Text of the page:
In collaboration with biologists from the Channel Islands National Park, CMB students helped deposit genomic materials for a complete set of kelp forest indicator species monitored by the Channel Islands National Park. The new collection is archived in the Ocean Genome Resource of Ocean Genome Legacy and will be available for non-commercial research. This project represents the first effort to create a permanent DNA record of the diversity of species in a U.S. National Park. Click here for more information.


Coastal Marine Biolabs and Bio-Rad Announce Collaboration to Develop DNA Barcoding Activities for the Classroom

December 20, 2010

Ventura, CA and Hercules, CA  Coastal Marine Biolabs (CMB), a recognized leader in its ongoing efforts to engage students in DNA barcoding, and Bio-Rad Laboratories, Inc., a multinational manufacturer and distributor of life science research and clinical diagnostics products, today announced a collaboration to co-develop DNA Barcoding instructional activities for the classroom.

The collaboration merges Bio-Rad's expertise in the development of instructional tools, offered through its Biotechnology Explorer!" program, with CMB's expertise in engaging students in the generation and submission of real DNA barcode data to the International Barcode of Life Project (iBOL), the world's largest biodiversity genomics initiative. The result of this collaboration will provide instructional activities and resources that will equip educators with innovative tools to promote bioliteracy and increase their students' interest in scientific discovery.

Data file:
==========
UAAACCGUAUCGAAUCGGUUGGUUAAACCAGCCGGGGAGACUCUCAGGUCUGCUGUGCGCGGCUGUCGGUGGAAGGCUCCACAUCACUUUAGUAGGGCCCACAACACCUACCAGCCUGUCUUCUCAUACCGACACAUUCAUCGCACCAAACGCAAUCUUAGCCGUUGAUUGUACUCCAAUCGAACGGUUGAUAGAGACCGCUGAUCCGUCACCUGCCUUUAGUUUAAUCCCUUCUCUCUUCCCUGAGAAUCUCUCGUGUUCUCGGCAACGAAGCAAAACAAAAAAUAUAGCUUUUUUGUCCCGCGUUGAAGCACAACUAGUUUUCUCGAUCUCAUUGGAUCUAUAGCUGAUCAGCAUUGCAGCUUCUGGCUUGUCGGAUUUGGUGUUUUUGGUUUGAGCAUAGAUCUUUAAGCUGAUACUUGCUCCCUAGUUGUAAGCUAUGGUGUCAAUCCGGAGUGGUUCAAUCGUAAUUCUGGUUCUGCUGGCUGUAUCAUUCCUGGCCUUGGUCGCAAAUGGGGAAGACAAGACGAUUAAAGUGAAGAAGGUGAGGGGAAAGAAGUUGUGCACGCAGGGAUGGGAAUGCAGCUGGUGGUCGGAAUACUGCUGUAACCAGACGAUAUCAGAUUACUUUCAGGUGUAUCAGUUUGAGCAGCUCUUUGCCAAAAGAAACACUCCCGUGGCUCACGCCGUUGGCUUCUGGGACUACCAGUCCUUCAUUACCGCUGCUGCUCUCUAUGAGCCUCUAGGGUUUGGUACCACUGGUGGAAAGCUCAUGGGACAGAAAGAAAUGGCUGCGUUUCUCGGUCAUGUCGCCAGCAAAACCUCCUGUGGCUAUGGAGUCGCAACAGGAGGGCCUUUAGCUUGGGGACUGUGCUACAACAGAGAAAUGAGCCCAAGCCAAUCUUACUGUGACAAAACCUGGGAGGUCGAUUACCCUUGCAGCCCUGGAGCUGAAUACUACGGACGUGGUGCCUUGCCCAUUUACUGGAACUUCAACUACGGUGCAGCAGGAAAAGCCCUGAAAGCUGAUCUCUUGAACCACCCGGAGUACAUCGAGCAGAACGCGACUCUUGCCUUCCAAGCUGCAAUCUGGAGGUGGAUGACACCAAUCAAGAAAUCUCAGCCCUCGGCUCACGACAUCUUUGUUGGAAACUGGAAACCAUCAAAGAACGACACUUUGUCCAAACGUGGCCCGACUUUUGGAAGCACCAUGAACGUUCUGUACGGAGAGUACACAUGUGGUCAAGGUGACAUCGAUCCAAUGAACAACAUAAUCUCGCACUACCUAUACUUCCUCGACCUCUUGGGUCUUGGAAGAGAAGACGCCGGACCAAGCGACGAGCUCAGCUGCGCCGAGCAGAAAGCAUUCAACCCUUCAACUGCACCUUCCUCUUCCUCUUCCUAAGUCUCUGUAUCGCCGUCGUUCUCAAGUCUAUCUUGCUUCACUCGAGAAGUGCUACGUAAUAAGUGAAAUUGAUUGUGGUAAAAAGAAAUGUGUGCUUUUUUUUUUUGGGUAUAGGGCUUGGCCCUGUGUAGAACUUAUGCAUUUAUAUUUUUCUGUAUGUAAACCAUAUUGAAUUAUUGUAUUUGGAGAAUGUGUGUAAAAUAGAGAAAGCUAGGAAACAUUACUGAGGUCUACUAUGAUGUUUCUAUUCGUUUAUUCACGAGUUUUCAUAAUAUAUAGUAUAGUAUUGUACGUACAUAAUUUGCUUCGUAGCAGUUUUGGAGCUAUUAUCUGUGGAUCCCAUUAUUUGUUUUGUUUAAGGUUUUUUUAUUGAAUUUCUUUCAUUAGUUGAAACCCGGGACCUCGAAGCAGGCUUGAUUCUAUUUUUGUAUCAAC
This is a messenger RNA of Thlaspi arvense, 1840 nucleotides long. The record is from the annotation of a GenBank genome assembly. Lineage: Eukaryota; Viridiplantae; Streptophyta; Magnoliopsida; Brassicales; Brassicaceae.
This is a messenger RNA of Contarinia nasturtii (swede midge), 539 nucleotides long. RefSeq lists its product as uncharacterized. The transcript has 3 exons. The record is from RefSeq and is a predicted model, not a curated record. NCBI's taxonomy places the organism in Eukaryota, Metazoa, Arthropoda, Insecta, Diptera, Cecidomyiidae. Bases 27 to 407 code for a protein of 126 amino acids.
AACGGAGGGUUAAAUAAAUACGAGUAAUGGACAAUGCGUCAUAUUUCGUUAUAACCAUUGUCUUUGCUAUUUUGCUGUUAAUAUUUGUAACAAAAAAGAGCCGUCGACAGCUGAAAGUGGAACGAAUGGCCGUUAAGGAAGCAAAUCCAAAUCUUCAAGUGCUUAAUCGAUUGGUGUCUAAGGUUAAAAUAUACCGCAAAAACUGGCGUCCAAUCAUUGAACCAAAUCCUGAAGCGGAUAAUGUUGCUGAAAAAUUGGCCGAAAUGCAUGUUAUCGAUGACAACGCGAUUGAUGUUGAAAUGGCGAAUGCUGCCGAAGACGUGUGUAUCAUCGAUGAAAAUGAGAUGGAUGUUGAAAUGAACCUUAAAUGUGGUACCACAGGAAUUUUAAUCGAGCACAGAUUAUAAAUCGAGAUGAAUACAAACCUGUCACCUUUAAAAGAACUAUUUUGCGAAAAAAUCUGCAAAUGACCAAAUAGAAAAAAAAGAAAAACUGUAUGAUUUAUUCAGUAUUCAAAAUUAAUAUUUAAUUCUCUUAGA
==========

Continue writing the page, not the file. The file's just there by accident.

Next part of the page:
About DNA Barcoding and the International Barcode of Life Project
Inspired by commercial barcodes that are used to track consumer items, DNA barcoding is a digital identification system that uses a short segment of a mitochondrial reference gene to distinguish animal species. iBOL is a multinational alliance of scientists and institutions that have cataloged approximately 1 million DNA barcode records for approximately 85,000 species in the Barcode of Life Data Systems, a public access workbench and data repository. Formally launched in September 2010, iBOL seeks to expand the registry and assemble 5 million barcode records from 500,000 species by 2015. In addition to addressing basic issues in taxonomy research and accelerating the discovery of new species, DNA barcoding promises to be a valuable tool to address a variety of important environmental problems.

About CMB
Based in Ventura, CA, CMB is a private educational organization that was founded by academic research scientists to address key recommendations for science education reform. CMB's life science curricula immerse high school students in active research that connects them to relevant, real-world issues that affect their everyday lives. CMB's interdisciplinary programs are designed to complement and expand the academic knowledge that students derive from their formal education, and provide opportunities for them to apply this knowledge in pursuit of contemporary research questions. To learn more, visit www.coastalmarinebiolabs.org.